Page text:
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Kurt Cobain’s “favourite performer” was a genius

Everybody knows and loves Nirvana’s iconic performance for MTV Unplugged. Recorded in November 1993, it wasn’t released until 12 months later, shortly after the tragic suicide of frontman Kurt Cobain. A stellar set featuring fan favourites, band favourites, and covers, it is perhaps the most honest performance Nirvana and Cobain ever gave. 

It was one of the few moments in which fans had the opportunity to see Kurt Cobain as an ordinary human, an incredible musician and a joker, all wrapped up in one cardigan-doning formation. 

Whether it be the iconic cover of David Bowie song ‘The Man Who Sold The World’, ‘All Apologies’, the appearance of the Kirkwood brothers from The Meat Puppets, or Cobain’s interactions with the band, one would argue that Nirvana’s MTV Unplugged is the definitive entry in the long-running series. It has way more pulp than any of the other episodes, and duly, it ranks at the very top of the long-running series’ episodes.

In terms of the performance painting a candid portrait of Kurt Cobain, one of the most revealing moments came just before the band’s closing song, the cover of Lead Belly’s arrangement of the traditional standard ‘Where Did You Sleep Last Night?’.

Cobain made a revelation before the band performed their last song for the evening. Introducing the track, he said: “This was written by my favourite performer”. Expanding on his point, he corrected himself: “Our favourite performer isn’t it?”, before turning to bassist Krist Novoselic for approval. The frontman then recounted a story that Novoselic attempted to tell the audience, but because the bass player didn’t have a microphone, it was up to Cobain to tell it.

In a now-famous anecdote, Cobain said that earlier in the year that he had been offered Leadbelly’s guitar by a representative from the late folk singer’s estate. Classically, Cobain exaggerated the cost to $500,000 and then jokingly recalled how he asked label boss David Geffen to purchase the guitar for him, but unsurprisingly, Geffen refused.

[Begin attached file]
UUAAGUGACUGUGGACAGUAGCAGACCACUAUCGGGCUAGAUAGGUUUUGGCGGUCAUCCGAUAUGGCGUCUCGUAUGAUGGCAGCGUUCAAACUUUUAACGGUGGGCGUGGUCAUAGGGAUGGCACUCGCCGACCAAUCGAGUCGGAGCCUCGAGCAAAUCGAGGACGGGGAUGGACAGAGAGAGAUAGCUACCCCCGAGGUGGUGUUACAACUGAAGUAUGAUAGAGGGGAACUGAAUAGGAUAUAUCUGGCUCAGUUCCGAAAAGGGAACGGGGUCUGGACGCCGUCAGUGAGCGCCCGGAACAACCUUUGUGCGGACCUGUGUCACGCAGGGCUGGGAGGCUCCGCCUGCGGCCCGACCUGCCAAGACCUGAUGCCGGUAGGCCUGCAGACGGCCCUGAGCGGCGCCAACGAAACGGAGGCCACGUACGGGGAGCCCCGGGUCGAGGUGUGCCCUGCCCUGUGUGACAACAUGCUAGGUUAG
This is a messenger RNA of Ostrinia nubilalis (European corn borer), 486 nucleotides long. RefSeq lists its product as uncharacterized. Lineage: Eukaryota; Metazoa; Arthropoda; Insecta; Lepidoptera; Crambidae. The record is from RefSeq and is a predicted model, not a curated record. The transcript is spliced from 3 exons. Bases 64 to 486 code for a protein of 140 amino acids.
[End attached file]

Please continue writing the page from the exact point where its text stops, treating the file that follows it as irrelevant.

Regardless of Cobain’s joking, the praise he showered on Lead Belly is no coincidence. It seems that for musical icons of the 20th century, Lead Belly was one of the main influences, and without his pioneering work, popular culture as we know it would not be the same. This is a testament to the genius of Lead Belly. 

A folk and blues singer, Lead Belly’s influence on the development of modern rock has been more than significant. As a guitarist, he defied the norm and utilised the twelve-string guitar, ripping up the rulebook in the process. Although he is mainly known for his 12-string licks, he was also a multi-instrumentalist, often using traditional instruments such as the accordion. 

Watch Kurt Cobain and Nirvana react to ticket prices in 1993

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In addition to his game-changing music, and covers of traditional standards such as ‘The House of the Rising Sun’ and ‘In The Pines’, he was also one of the first musicians to write with a political edge. He wrote about people he read about in the news, including Franklin D. Roosevelt, Adolf Hitler and The Scottsboro Boys. This was a relatively new thing for the day and set a precedent for all his disciples moving forward.  

The ultimate American songwriter, Bob Dylan, credits Lead Belly for getting him into folk music; the implications of this statement are genuinely colossal. If Bob Dylan didn’t get into folk, you could say goodbye to the vast majority of alternative music. 

In 2016, Dylan was quoted as saying: “Somebody – somebody I’d never seen before – handed me a Lead Belly record with the song ‘Cotton Fields’ on it. And that record changed my life right then and there. Transported me into a world I’d never known. It was like an explosion went off. Like I’d been walking in darkness and all of the sudden the darkness was illuminated. It was like somebody laid hands on me. I must have played that record a hundred times.”

Lead Belly’s influence wasn’t contained within the borders of America either. It made its way across the Atlantic and to Britain, which also had its own long-term folk scene. Notably, however, it was through one man where the genius of Lead Belly would go on to inspire a generation, and in turn, create modern popular music as we know it.

In late 1955, Lonnie Donegan released a cover of the American prison song ‘Rock Island Line’, which Lead Belly recorded in 1937. The release of Donegan’s single is hailed as the start of the UK skiffle craze, and we all know what game-changing outfit that particular time produced. George Harrison of The Beatles once explained the impact of Lead Belly: “If there was no Lead Belly, there would have been no Lonnie Donegan; no Lonnie Donegan, no Beatles. Therefore no Lead Belly, no Beatles.”

In a 1999 BBC tribute to the folk hero on the 50th anniversary of his death, Van Morrison and Ronnie Wood of The Rolling Stones also posited that without Lead Belly’s influence, the British musical boom of the ’60s wouldn’t have to come fruition. Morrison concluded: “I’d put my money on that,” with Wood agreeing.

A genius in every sense of the word, it’s no coincidence that Lead Belly’s influence has been felt throughout the timeline of popular music. For Bob Dylan, The Beatles and Kurt Cobain to cite him as a favourite says everything.

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